5 Things You Didn't Know About Autopsies


Your Last Meal (and Your Poop) Can Contain Forensic Clues

Coroner's collect fluids and even feces from bodies because they can often lend clues about cause of death. D-Keine/Getty Images

Consider yourself fortunate if you've never been told to "run the bowels." That's the nickname given to one of the autopsy room's dirtiest jobs: opening the intestines. Upon removal, these organs are slit horizontally. The small and large intestines of an adult human have a combined length of around 25 feet (7.6 meters), so cutting them open is no easy task.

Extracted poop is normally washed down a medical sink, but sometimes it plays a diagnostic role. Hard stool clumps may indicate fecal impaction, a potentially fatal condition that leaves the colon plugged by dung. In addition to feces, running the bowels can reveal polyps, tumors and other things of great value to pathologists.

That brings us to undigested food. The stuff we eat generally spends about four to six hours inside our stomachs before moving onward to the intestines. So if any recognizable food turns up inside the stomach of the person being autopsied, chances are the deceased party died shortly after he or she consumed it.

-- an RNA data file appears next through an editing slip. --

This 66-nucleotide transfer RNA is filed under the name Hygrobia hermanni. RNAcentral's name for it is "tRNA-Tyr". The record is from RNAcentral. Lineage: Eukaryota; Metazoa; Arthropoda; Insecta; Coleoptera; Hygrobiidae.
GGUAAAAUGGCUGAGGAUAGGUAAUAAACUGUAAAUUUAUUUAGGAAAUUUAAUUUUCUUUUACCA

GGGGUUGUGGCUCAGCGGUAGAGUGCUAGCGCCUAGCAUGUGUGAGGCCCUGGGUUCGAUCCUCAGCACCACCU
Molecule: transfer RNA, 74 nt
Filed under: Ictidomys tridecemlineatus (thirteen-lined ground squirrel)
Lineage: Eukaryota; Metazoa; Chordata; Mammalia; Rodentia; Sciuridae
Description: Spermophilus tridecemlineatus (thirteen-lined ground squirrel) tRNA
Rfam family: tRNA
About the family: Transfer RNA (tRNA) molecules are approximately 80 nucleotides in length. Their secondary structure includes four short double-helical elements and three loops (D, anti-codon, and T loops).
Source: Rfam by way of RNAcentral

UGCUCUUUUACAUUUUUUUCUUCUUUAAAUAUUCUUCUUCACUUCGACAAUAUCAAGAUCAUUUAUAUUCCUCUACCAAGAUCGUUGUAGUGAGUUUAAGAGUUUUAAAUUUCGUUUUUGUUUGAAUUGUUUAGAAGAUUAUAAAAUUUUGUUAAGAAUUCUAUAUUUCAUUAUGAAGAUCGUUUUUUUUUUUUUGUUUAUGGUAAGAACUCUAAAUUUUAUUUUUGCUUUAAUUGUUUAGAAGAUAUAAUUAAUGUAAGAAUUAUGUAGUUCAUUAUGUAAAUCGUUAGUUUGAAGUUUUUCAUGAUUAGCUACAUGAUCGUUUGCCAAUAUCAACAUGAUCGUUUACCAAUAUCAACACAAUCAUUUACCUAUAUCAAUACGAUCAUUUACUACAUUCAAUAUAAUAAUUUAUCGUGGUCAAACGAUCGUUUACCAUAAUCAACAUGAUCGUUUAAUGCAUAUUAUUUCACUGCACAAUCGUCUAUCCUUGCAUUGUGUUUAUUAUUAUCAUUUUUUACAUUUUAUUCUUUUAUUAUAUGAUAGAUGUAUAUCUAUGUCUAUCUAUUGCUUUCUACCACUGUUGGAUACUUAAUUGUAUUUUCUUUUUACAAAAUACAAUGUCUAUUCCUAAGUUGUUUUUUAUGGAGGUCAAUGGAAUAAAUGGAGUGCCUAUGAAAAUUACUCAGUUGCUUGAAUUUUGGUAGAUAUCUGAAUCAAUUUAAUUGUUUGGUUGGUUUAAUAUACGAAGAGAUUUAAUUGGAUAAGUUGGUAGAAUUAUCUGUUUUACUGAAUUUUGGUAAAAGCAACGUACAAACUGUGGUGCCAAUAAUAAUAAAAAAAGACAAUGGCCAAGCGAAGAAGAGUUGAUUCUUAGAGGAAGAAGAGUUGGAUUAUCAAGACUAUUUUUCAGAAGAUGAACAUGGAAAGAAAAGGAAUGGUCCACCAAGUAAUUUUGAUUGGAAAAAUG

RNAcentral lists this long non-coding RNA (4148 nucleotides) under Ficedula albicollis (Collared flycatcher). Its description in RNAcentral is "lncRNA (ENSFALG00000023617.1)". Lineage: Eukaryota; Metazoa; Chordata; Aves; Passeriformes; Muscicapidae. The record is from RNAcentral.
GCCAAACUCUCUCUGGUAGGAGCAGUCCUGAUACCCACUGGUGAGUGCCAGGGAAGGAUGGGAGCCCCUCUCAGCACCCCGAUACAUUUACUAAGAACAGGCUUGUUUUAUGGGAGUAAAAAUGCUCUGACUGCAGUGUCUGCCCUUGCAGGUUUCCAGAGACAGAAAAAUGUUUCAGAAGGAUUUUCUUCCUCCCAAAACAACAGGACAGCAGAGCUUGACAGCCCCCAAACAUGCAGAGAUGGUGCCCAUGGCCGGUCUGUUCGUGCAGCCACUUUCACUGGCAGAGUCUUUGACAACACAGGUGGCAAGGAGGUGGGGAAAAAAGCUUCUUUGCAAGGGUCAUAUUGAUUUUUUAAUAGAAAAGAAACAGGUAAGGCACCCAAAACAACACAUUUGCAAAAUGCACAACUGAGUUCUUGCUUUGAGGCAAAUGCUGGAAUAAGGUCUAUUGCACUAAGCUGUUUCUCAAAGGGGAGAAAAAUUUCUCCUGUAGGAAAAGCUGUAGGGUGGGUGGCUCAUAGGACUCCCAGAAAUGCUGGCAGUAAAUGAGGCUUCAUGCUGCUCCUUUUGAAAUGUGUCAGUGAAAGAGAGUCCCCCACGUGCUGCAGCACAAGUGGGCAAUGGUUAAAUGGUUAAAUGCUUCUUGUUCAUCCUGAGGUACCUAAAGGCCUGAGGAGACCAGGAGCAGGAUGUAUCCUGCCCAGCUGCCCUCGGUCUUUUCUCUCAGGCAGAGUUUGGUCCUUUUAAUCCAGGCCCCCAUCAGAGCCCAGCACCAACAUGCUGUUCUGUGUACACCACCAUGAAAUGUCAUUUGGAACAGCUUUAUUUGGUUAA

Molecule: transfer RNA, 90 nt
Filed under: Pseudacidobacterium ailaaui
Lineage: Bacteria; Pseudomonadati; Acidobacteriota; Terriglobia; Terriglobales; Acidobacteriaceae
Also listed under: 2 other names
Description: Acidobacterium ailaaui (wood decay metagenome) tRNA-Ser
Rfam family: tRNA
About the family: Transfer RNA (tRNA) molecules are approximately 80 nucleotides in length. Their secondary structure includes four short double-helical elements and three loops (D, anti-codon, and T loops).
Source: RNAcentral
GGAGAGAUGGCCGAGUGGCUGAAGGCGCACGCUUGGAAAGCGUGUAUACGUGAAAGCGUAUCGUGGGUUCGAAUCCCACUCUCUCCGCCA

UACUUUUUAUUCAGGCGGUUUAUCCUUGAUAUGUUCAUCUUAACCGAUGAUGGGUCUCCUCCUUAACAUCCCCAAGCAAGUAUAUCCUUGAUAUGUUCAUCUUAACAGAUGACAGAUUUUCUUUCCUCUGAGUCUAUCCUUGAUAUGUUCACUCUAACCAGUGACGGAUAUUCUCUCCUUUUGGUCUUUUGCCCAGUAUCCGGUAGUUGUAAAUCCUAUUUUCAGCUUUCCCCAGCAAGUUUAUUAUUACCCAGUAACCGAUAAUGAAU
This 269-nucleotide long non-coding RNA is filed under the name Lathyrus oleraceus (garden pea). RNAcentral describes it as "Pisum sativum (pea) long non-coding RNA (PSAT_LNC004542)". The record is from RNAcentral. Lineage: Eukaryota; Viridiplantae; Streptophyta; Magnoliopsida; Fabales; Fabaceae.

Such evidence can be a godsend for forensic teams. In 2010, two masked men tried to rob an Oregon coffee kiosk at gunpoint. Things got violent when the barista pulled out a firearm of his own. One of the attackers was killed, but the other escaped.

While probing the dead gunman's stomach, an examiner removed half of a french fry. Now potatoes are easy to digest and usually break down within an hour. Clearly, the deceased had gobbled up his last meal shortly before expiring. And that's not all: An analyst recognized the (mostly intact) spud as a Wendy's french fry. Sure enough, when investigators checked out the security footage at a nearby Wendy's restaurant, they were able to identify both criminals and apprehend the survivor.